Are doctors missing early warning signs of heart attacks?

Research by the Imperial College London has found that up to 16% of people who died of heart attacks between 2006 and 2010 had been admitted to hospital in within the previous 28 days, but their symptoms were not considered to be heart attack-related.

Early symptoms of heart attacks

Early symptoms of heart attacks can present up to a month before death, for example, fainting, shortness of breath and chest pain, and these symptoms were noted among a number of the above patients who died. Dr Perviz Asaria, lead author of the study, commented on the findings,

“Unfortunately, in the four weeks following a hospital stay, nearly as many heart attack deaths occur in people for whom heart attack is not recorded as a primary cause, as occur after an admission for heart attack.”

A heart attack every three minutes

According to the British Heart Foundation, someone in the UK will experience a heart attack every 3 minutes, and of those 30% are fatal. Dr Asaria argues that the problem isn't with the treatment of heart attacks, but with the ability to recognise the early symptoms that do not lead to a heart-attack related hospital admission. The paper's co-author, Professor Majid Ezzati, says there's further research needed,

"We cannot yet say why these signs are being missed, which is why more detailed research must be conducted to make recommendations for change. This might include updated guidance for healthcare professionals, changes in clinical culture, or allowing doctors more time to examine patients and look at their previous records."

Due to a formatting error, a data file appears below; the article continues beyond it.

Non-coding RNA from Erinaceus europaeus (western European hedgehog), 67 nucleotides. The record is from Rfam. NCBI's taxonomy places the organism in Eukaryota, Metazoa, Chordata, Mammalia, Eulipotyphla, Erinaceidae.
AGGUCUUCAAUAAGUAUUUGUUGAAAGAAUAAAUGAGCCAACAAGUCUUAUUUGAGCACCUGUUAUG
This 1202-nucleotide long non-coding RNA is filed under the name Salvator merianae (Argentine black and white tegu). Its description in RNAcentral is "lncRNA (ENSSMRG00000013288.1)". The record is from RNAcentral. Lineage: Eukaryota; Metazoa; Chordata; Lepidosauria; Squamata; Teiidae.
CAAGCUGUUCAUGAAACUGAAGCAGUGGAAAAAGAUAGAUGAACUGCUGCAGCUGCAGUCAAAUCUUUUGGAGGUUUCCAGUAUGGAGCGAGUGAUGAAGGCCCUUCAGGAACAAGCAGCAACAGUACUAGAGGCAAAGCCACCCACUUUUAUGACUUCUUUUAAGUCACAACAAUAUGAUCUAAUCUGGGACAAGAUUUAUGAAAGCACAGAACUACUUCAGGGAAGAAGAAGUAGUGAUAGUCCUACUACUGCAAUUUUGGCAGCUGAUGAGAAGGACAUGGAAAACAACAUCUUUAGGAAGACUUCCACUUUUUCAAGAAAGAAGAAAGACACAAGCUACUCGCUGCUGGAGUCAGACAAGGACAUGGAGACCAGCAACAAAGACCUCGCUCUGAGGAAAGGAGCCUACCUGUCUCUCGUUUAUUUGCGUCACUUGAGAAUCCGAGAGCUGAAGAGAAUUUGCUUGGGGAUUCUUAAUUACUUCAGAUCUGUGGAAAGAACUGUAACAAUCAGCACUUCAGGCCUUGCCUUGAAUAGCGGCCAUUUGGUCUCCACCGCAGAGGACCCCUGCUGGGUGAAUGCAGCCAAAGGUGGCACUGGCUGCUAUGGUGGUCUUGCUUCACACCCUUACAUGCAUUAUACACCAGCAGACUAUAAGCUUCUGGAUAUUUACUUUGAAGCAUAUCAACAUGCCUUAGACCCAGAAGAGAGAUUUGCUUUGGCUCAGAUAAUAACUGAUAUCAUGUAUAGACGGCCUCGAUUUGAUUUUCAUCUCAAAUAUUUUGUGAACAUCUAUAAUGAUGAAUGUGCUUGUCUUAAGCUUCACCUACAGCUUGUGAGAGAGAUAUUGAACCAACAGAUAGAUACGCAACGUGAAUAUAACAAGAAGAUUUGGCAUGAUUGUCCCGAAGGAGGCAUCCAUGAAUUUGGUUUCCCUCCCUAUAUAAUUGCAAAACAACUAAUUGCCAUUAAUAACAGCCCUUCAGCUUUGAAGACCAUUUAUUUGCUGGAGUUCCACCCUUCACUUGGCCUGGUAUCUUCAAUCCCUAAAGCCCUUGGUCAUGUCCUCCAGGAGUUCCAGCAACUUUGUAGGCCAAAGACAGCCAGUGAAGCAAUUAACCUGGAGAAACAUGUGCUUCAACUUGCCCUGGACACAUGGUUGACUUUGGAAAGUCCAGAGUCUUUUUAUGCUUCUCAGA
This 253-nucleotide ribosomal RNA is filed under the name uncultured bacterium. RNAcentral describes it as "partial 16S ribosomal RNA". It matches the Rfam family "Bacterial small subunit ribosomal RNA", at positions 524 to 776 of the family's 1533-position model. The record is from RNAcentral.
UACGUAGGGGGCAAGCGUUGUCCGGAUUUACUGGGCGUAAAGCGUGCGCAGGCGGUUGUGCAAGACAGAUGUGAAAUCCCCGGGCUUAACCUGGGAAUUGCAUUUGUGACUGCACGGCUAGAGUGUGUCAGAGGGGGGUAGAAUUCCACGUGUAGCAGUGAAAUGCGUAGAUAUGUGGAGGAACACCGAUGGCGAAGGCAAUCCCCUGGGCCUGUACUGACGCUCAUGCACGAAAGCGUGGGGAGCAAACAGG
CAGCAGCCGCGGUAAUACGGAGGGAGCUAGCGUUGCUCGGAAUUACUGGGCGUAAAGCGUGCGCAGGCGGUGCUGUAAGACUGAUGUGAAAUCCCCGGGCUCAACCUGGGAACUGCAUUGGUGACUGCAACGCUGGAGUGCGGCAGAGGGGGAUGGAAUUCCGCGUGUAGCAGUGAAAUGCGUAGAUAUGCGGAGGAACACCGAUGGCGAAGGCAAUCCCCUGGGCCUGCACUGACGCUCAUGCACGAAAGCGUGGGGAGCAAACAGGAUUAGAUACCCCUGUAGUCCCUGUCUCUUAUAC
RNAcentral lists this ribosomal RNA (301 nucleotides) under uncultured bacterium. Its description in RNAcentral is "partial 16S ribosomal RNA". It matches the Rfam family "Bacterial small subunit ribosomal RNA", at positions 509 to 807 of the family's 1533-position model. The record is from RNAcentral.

It's also harder to recognise the signs of a cardiac episode in women, as they can present with different symptoms to men. While the most common sign of heart attack in men is chest pain, women are more likely to present with nausea, dizziness and shortness of breath, without the presence of actual pain. This could explain why women 50% more likely to be misdiagnosed.

Women's heart problems misdiagnosed

Research by the University of Leeds on 600,000 patients found that women, in particular, were being let down and being diagnosed with minor ailments like indigestion and mild chest and neck pain. Among both men and women, about 30% of patients had an initial diagnosis that was different from what was concluded as their final diagnosis. Dr Chris Gale, the lead researcher and associate professor of Cardiovascular Health Sciences at the University of Leeds said,

“A lot of this is about education and awareness - partly among the public, to know that the signs of a heart attack aren't just chest pain - but also among doctors who aren't cardiologists. The risk is that a woman presents late because she doesn't recognise that she is having a heart attack so she goes to her GP, and then they don't call for an ambulance so instead she ends up going to A&E eventually, and by the time she gets to see a specialist it's a late diagnosis."

Talk to your GP about your individual risk of heart disease and what signs you should look out for. Twenty-five Harley Street Day Clinic has a number of GP's and medical specialist who can help discuss any concerns you have.

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